RPI vs CPI: meaning, difference between ONS UK inflation rate measures - what do they mean for cost of living?

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UK inflation fell to 6.8% on the Consumer Prices Index (CPI) in July as a result of falling energy bills - although core inflation remains high

The UK inflation rate provided some cheer on Wednesday (16 August), as Office for National Statistics (ONS) data showed it fell again in July.

A big drop in energy bills as a result of the Ofgem energy price cap helped the headline rate of the Consumer Prices Index (CPI) fall from 7.9% to 6.8%. The rate of price rises is now at its lowest level for 17 months.

While it means prices are still rising and that the cost of living crisis is still very much with us, the fact that price hikes are slowing down could allow wages - and therefore purchasing power - to keep up with inflation, if not overtake it, in the near future. But it should be noted that real-terms spending power is considerably lower than it was two years ago when inflation began increasing, and that it may take a period of years to recover.

Some of the statistics within the headline inflation figure could also carry a sting in the tail for consumers. Core inflation remained stubbornly high, while services inflation increased. It could be a sign of so-called ‘sticky’ inflation in the UK economy - something the Bank of England is aiming to eradicate through interest rate hikes. Economists expect these points - as well as unexpectedly strong wage growth figures - will lead to an interest rates hike in September.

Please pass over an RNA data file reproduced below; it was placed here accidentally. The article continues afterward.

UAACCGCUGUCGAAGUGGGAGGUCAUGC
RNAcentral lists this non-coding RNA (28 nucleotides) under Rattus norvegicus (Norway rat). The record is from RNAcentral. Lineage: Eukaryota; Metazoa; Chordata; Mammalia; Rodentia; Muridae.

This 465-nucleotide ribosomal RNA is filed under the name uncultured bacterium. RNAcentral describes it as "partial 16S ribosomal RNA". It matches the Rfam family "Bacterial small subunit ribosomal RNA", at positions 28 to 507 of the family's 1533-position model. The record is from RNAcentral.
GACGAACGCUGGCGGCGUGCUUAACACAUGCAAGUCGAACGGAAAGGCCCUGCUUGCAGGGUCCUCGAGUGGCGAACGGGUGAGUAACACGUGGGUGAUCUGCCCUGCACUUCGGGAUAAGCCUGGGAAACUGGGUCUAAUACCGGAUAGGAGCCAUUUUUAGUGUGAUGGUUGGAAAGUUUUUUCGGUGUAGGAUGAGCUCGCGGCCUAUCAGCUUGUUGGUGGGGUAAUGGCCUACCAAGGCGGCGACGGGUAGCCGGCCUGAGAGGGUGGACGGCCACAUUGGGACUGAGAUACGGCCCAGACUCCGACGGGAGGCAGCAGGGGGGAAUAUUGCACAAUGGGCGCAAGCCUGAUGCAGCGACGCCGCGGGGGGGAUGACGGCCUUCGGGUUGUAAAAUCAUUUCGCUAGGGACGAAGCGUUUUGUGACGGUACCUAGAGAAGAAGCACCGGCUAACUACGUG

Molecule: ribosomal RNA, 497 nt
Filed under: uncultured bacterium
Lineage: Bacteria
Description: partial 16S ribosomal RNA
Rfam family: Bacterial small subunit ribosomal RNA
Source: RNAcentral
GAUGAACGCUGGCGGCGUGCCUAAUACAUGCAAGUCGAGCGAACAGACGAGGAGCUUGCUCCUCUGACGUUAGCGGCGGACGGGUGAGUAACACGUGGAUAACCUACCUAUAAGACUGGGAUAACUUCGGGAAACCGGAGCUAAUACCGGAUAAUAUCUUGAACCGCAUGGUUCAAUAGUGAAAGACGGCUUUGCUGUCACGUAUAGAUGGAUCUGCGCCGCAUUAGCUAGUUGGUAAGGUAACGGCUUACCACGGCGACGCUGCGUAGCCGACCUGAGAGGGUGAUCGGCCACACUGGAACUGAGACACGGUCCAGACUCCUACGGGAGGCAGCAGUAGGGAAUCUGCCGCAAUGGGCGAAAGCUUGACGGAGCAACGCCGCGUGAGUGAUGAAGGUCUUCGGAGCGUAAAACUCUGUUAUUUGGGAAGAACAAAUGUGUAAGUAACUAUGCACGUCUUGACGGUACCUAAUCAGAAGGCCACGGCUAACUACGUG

But how is inflation calculated - and what do the CPI and RPI mean? Here’s how to understand the ONS’s inflation measures.

How does the ONS measure inflation?

Inflation is an economic term used to describe price rises for goods and services - and therefore, the spending power of money - in a country over a particular period of time. The rate of these increases can vary based on a number of factors.

For example, if energy costs are high - as they currently are - the price of producing a particular item will go up. In turn, this production cost rise is then likely to increase the product’s shelf price, meaning it has undergone price inflation.

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Every month, the ONS gauges whether prices are inflating or deflating by looking at roughly 180,000 prices for around 700 everyday items - it’s so-called ‘basket of goods’ in 140 locations across the UK. It then compares the current average price of these goods with the average it measured the previous year.

So, the 6.8% increase measured by the CPI in July 2023 means goods are priced 6.8% higher on average than they were 12 months previosuly. Translated into real terms, a product that cost £1 on average in July last year, cost just under £1.07 in July 2023. It’s also worth noting that last July’s inflation rate was sitting at 10.1%, so the latest rate is coming on top of what were already significant price hikes. Although the headline figure is lower month-on-month, it still means prices have been rising.